Become an Underwater Welder
Do you want to be a welder?
Are you into scuba diving?
Well, there just may be an ideal career choice for you: Underwater Welder.
If you're reading this Blog, the odds are probably pretty good that you're already a professional welder, or at least interested in the trade. Diving may be a different story, but with the prevalence of deep sea oil and gas drilling, and the increasing development of maire infrastructure, underwater welders are becoming more in-demand by the day.
A Welder and a Diver
An underwater welder is not just a professional welder, an underwater welder is also certified as a commercial diver. So in additional to all of the education, training and experience necessary to be a welder, you also need the eduction, training and experience necessary to become a certified commercial diver.
Where do I Start?
Assuming you're already trained and certified, with sufficient practical experience, as a welder, you should begin with locating an accredited commercial diving school. Once you complete your training and obtain your commercial diving certification (the time-frame varies depending upon the school and type of program you select), you'll start out as a dive tender (similar to a welders apprentice) and you'll work in this position for about two years. Once you're able to demonstrate sufficient mastery of the underwater welding process, you should be able to qualify for, and pass the underwater welding certification test.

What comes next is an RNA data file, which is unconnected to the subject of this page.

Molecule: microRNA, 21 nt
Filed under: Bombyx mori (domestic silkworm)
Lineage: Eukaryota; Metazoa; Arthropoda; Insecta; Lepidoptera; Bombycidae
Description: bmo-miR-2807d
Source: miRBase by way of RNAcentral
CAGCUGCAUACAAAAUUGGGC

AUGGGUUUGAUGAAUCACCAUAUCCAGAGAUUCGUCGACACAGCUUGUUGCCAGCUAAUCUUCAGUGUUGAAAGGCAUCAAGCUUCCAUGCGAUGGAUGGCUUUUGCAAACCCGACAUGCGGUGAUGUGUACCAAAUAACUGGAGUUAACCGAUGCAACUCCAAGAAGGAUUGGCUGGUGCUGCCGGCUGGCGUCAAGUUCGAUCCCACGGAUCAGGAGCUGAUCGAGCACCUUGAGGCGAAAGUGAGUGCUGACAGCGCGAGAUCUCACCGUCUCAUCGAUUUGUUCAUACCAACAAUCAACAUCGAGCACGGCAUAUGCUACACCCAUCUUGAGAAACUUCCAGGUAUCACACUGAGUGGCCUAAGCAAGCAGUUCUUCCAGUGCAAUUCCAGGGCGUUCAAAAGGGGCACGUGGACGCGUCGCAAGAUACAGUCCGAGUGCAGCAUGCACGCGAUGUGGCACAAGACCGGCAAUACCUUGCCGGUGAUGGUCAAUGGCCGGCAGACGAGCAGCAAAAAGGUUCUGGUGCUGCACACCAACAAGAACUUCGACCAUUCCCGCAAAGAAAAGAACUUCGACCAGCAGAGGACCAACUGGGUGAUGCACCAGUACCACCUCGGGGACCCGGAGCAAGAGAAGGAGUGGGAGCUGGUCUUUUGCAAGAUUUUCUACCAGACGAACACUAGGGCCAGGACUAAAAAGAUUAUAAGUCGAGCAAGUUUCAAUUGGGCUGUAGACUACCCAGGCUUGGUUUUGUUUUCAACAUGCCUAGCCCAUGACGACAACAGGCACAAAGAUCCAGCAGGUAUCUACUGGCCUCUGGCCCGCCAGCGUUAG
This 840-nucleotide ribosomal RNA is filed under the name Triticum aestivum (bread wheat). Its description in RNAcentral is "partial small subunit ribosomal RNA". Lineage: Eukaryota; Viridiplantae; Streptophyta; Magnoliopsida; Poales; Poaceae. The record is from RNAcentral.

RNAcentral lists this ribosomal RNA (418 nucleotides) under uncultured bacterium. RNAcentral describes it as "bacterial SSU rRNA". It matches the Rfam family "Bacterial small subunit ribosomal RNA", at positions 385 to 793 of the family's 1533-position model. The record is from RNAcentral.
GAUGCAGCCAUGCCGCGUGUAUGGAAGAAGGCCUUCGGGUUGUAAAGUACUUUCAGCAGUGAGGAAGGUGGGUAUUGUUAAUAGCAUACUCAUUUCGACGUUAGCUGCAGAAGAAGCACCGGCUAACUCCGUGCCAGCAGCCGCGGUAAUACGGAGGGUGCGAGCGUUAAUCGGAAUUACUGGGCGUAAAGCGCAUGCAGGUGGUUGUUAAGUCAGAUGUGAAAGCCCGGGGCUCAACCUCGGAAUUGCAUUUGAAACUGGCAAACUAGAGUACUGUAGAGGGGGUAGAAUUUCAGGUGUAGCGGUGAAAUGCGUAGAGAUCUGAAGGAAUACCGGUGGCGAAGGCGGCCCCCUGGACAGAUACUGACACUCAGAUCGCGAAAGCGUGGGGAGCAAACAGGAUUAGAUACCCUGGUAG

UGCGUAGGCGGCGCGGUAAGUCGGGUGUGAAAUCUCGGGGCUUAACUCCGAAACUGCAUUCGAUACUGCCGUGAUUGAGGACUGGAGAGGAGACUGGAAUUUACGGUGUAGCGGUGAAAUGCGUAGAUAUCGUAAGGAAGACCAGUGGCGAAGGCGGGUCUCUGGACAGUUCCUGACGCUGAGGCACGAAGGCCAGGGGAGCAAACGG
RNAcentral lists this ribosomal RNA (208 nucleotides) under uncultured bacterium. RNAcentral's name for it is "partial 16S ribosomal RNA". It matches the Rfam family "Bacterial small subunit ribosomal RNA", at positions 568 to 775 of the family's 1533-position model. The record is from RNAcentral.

What if I'm already a Commercial Diver
If you're already a diver, you're in a more advantageous position, because underwater welders are in short supply, and companies seeking underwater welders may be willing to provide you with the education and training necessary to obtain your welding certification.
How About the Pay?
Underwater welders can make pretty good money, in some cases into the six-figure range. As is quite common in the welding industry, underwater welders are often paid on a project by project basis, making it harder to quantify a definite salary. The pay is also usually dependent upon the type of project, the expertise necessary , and the risk involved. Obviously, the more complicated and risky the project, the higher the pay, with deep water projects usually commanding a higher rate of pay.
So if you're a welder, and into diving, or commercial diver looking for a new career path, underwater welding may be the perfect opportunity for you!